STEVE GRIMMETT’S GRIM REAPER PUT ON GREAT PERFORMANCE IN FRONT OF RABID TORONTO CROWD
Date: August 29, 2019
Venue: The Rockpile
Location: Toronto, Ontario, Canada
I know that artists and bands get frustrated with people “ripping off” their work by not purchasing and recording, or now these days, downloading, their music for free. However, this access to free music can sometimes lead to a new fan who ends up purchasing music or whatever else from the artist or band. I readily admit that I had never purchased a Grim Reaper album, t-shirt or anything else going into this concert. I first became aware of Grim Reaper like many Canadians back in the ’80s through their videos that were being played during the Power Hour on Much Music in Canada (MTV‘s equivalent in Canada). I can only recall ever seeing two videos — “Fear No Evil” and “Rock You To Hell” — but never purchasing any records from the band. Back then, it felt like there was so much new music to discover. Imagine discovering Iron Maiden for the first time in 1984 and realizing that they released four albums prior to Powerslave. Accordingly, I never purchased or even got “taped” any of the Grim Reaper records. However, I always loved those two aforementioned songs. In 2006, I stumbled upon the Sleaze Roxx website which reignited my love for ’80s hard rock and heavy metal. At around that time, a friend got me tuned to a website from which you could purchase and download albums at a relatively cheap price. For a couple of weeks, I was like a little kid in a candy shop. Two albums that I ended up getting in 2006 was Fear No Evil (1985) and Rock You To Hell (1987).
If I hadn’t obtained those two albums, I would have (stupidly) likely passed on the tour stop by Steve Grimmett’s Grim Reaper at The Rockpile in Toronto a couple of days ago. Why you may ask? Well, there are only so many concerts that I can attend. In any case, I have always enjoyed those two Grim Reaper albums and I was admittedly curious to see Grimmett perform after he unfortunately lost his right leg due to a nasty infection while touring South America more than 2.5 years ago. I had heard some of the new songs from Steve Grimmett’s Grim Reaper‘s album Walking In The Shadows and although they sounded pretty good, I had not gotten into the record. Given that it had been a while since I had heard either Fear No Evil or Rock You To Hell, I listened to those albums on the day of the concert and was surprised by how familiar that I was with the records. Obviously, I would likely know a lot more songs than I thought at the concert. That being said, my expectations were rather low going into the concert.
I arrived at The Rockpile about midway through Trip 6‘s opening set. The band put on a pretty good show. I was impressed that the group came all the way from Chicago, Illinois, USA to play the show. As it turns out, it appears that Trip 6 are one or perhaps the only official supporting act for Steve Grimmett’s Grim Reaper‘s At The Gates North American Tour. Although Trip 6‘s Facebook page indicates that there are five people in the band, I only saw four guys onstage. Singer Nate DeVan in particular was impressive and showed good stage presence. Drummer Vic Pedraza seemed to have a big personality and addressed the crowd on at least one occasion. There is no doubt that it’s difficult playing a “new market” and even more difficult when the majority of the crowd is seated pretty far from the stage but Trip 6 put on an energetic performance nonetheless. I can’t say that I was overly enamoured with the band’s music as it was probably a little heavier than what I usually listen to.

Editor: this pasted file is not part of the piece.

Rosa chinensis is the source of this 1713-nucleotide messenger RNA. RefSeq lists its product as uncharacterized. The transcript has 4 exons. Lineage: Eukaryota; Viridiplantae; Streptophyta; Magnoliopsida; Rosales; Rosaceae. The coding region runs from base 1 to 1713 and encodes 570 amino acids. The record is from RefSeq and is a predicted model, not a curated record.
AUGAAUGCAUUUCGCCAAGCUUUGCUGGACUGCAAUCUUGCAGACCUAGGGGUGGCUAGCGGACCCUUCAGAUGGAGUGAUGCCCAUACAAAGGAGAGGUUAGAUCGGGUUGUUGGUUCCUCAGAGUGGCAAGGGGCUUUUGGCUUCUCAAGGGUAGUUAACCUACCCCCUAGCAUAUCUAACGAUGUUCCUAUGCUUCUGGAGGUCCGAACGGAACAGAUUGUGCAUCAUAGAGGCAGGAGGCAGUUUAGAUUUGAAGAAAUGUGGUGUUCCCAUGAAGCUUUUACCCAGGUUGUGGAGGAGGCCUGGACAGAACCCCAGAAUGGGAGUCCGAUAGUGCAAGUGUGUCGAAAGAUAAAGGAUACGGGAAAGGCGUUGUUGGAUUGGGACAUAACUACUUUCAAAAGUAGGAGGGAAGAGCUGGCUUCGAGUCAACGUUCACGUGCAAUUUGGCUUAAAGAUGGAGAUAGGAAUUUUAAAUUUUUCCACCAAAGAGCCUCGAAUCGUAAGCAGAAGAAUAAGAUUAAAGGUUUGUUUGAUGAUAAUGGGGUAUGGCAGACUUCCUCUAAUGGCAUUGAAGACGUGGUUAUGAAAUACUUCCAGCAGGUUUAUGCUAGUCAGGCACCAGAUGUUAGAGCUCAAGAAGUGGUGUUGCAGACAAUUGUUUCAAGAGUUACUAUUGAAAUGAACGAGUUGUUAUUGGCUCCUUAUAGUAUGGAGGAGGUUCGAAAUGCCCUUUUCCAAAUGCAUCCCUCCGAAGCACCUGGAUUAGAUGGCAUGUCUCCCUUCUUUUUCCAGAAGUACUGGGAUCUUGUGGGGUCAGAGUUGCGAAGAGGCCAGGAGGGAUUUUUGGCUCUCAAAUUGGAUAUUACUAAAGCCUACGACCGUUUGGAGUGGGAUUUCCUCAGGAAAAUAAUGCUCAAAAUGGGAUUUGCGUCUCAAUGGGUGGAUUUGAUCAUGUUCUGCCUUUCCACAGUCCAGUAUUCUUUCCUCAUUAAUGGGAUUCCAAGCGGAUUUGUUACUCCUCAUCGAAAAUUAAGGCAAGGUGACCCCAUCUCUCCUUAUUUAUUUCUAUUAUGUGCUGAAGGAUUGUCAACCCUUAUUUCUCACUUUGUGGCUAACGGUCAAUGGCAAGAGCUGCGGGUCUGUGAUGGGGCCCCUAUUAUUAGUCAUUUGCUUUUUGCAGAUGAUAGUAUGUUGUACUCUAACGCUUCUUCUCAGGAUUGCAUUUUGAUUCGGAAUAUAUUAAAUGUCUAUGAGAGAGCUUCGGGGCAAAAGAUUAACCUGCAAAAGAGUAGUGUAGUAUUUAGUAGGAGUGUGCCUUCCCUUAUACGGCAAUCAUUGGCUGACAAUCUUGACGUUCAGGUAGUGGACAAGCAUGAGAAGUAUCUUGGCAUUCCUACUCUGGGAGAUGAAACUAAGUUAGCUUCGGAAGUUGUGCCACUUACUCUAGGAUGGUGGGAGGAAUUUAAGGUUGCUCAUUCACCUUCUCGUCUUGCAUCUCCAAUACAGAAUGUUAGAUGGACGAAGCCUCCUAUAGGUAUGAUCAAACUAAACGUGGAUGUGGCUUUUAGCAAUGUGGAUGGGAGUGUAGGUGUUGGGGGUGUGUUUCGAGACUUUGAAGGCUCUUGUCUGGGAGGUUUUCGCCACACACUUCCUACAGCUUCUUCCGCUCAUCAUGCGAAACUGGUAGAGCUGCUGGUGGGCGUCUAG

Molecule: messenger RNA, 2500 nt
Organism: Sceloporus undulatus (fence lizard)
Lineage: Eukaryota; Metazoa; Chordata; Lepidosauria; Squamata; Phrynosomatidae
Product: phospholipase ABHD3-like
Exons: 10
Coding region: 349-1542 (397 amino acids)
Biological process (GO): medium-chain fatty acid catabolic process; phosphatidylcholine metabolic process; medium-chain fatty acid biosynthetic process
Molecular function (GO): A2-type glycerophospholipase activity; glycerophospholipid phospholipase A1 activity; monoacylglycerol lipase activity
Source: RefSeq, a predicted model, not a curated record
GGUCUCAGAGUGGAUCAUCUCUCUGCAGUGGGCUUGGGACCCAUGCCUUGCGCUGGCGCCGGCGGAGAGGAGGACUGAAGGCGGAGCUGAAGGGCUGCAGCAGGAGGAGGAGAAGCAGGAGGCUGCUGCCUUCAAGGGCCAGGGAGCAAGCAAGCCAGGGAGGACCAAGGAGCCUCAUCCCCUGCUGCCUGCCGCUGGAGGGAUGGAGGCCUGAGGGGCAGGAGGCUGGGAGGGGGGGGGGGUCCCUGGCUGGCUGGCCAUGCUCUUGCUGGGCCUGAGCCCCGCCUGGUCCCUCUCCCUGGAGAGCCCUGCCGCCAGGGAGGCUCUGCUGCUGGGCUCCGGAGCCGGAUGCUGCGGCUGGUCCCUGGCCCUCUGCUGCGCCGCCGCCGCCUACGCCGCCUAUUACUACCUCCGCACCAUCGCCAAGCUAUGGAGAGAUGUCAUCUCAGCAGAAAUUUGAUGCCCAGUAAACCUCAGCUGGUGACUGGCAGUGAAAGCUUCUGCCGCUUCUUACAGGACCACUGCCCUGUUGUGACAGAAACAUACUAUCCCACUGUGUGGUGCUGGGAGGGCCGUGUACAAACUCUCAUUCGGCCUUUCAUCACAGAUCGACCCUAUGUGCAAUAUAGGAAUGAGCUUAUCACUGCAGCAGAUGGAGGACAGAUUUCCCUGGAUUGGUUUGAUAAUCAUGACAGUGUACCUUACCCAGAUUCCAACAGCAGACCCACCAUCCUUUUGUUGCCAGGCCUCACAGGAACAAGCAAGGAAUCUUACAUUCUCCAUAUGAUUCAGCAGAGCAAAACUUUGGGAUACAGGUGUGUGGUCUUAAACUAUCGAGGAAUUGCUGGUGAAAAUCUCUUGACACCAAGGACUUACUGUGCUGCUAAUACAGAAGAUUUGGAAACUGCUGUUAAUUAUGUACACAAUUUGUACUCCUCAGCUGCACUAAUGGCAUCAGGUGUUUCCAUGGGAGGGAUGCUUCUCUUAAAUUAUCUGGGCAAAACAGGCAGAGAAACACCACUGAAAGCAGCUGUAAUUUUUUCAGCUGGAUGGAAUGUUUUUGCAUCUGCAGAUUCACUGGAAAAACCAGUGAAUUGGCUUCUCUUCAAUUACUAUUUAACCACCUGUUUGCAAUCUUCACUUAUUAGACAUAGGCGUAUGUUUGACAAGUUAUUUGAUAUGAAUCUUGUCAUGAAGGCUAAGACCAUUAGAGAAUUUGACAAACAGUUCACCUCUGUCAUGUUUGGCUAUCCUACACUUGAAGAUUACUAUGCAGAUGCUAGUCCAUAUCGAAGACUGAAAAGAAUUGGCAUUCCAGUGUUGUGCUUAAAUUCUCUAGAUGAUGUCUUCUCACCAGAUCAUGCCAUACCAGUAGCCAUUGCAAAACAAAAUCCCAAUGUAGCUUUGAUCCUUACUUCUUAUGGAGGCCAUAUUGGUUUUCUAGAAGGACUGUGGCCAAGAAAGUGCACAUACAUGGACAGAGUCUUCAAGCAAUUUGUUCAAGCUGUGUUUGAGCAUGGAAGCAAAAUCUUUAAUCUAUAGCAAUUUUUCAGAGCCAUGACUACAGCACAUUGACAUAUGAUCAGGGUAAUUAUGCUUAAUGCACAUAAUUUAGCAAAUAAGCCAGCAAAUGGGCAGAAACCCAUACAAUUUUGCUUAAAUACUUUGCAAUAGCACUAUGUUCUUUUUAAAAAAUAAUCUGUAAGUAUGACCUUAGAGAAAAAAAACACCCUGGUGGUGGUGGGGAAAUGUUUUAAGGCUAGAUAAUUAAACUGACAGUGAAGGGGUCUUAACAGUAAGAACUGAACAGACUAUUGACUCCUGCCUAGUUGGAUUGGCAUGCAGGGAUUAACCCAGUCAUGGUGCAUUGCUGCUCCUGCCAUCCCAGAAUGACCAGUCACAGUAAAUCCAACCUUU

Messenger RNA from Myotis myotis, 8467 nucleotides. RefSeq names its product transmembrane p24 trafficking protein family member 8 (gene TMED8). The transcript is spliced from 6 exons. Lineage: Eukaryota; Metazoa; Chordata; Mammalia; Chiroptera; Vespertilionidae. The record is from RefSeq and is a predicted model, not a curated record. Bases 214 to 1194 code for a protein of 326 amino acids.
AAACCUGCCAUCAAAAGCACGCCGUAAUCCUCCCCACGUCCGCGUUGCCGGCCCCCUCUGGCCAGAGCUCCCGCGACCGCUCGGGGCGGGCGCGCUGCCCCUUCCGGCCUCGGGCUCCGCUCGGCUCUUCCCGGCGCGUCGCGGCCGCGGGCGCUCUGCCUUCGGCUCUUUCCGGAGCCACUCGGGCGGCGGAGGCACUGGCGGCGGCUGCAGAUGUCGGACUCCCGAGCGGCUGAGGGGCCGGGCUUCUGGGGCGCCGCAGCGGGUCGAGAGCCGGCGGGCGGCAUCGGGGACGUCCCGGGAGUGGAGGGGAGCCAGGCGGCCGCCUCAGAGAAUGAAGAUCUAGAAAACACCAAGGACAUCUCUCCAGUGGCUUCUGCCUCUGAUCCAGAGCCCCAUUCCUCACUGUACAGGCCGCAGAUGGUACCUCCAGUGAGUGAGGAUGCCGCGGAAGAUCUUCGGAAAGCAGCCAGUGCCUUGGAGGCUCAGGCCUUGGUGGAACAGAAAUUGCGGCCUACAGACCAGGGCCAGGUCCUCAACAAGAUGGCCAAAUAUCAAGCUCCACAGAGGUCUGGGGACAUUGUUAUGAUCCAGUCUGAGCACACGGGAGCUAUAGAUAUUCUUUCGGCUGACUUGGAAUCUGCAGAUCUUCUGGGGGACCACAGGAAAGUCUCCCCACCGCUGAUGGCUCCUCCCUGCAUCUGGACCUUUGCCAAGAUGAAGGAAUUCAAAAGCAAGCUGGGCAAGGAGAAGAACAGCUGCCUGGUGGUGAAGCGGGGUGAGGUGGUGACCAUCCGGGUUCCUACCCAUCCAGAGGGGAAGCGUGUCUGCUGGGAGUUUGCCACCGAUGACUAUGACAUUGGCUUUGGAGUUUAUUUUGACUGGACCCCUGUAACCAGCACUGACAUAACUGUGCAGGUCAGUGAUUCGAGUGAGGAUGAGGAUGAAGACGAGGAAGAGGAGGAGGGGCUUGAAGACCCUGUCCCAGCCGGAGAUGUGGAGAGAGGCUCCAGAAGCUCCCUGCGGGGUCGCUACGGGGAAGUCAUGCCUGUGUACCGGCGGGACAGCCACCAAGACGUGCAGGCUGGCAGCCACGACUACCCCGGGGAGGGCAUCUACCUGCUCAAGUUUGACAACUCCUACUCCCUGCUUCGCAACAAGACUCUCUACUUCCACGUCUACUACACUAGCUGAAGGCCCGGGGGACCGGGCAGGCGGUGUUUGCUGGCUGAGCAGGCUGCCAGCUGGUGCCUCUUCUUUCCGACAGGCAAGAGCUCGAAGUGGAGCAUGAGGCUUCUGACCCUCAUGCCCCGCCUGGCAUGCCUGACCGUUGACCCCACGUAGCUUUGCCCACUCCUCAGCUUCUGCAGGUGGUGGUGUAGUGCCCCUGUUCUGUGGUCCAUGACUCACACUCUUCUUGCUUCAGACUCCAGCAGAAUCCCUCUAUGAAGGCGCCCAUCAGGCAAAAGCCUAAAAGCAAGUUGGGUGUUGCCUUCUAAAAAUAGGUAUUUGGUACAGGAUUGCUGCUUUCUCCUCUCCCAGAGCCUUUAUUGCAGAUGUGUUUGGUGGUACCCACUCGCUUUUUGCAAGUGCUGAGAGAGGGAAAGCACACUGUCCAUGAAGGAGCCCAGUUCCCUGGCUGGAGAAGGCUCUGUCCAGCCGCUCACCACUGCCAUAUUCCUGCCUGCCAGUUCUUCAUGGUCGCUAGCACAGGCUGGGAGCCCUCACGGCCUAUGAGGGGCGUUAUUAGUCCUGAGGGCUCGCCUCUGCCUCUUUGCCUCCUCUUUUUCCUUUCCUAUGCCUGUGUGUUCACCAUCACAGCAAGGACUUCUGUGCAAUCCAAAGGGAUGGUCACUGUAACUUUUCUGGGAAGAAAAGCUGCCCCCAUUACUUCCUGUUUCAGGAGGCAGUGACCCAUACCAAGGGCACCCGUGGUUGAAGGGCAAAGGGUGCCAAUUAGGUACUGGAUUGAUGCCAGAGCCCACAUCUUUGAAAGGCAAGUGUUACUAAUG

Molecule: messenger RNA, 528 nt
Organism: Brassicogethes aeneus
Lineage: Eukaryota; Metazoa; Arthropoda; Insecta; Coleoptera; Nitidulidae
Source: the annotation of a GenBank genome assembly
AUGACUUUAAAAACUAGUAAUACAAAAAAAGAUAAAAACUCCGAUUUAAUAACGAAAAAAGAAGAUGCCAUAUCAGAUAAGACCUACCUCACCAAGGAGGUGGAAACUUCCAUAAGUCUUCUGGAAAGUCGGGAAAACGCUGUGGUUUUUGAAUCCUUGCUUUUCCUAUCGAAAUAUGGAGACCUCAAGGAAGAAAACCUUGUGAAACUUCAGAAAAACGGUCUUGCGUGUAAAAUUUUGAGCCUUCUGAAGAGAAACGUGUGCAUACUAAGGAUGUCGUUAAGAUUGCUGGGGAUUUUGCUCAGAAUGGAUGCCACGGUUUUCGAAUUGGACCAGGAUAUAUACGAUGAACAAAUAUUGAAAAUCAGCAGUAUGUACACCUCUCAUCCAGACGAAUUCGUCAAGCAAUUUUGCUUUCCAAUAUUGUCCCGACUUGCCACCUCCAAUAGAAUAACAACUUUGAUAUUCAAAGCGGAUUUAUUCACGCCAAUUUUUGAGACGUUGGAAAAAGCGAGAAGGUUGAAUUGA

Trip 6 performing live at The Rockpile in Toronto, Ontario, Canada on August 29, 2019:
Uploaded by hystericallycalm on 2019-08-31.
Steve Grimmett’s Grim Reaper:
Before long, it was time for Steve Grimmett and his band to start their set. As previously mentioned, most of the crowd was seated pretty far from the stage when Trip 6 performed. While a few people including yours truly ventured close to the stage, a good chunk of the audience remained seated away from the stage before Steve Grimmett’s Grim Reaper took the stage. Grimmett subsequently gestured with one of his hands for the crowd to make their way to the stage and spoke up saying something in the vain that he didn’t perform (or didn’t like to perform) with the audience so far away. I thought that it was a real veteran move on Grimmett‘s part. I remember seeing Alice Cooper play the National Arts Centre in Ottawa, Ontario about 20 years ago and seeing the shock rocker a little frustrated with the crowd seated in their comfy seats while he and his band played the first five songs or so. This didn’t happen for Grimmett given that he took the bull by the hand and summoned the crowd to come up close to the stage even before he and his band launched into their first song.
I’ve got to say that I was very impressed with Grimmett‘s backing band. Guitarist Ian Nash (whom Grimmett declared to be his best friend), bassist Martin Trail and drummer Paul White were all really into the show and performed really well. Obviously, Grimmett was far from mobile but I was impressed with his stamina throughout the set (he only rested on a high stool for parts of a few songs) and his vocal chords are still there after all those years. At one point, Grimmett lifted what appears to be some form of Scottish kilt to reveal more of his prosthetic replacement for his right leg. It was a real reminder of the horrific experience that Grimmett went through two years ago but the man is definitely a fighter and survivor, and I felt a real sense that Grimmett had overcome this tragedy and was even triumphing by being back on stage doing what he presumably loves to do.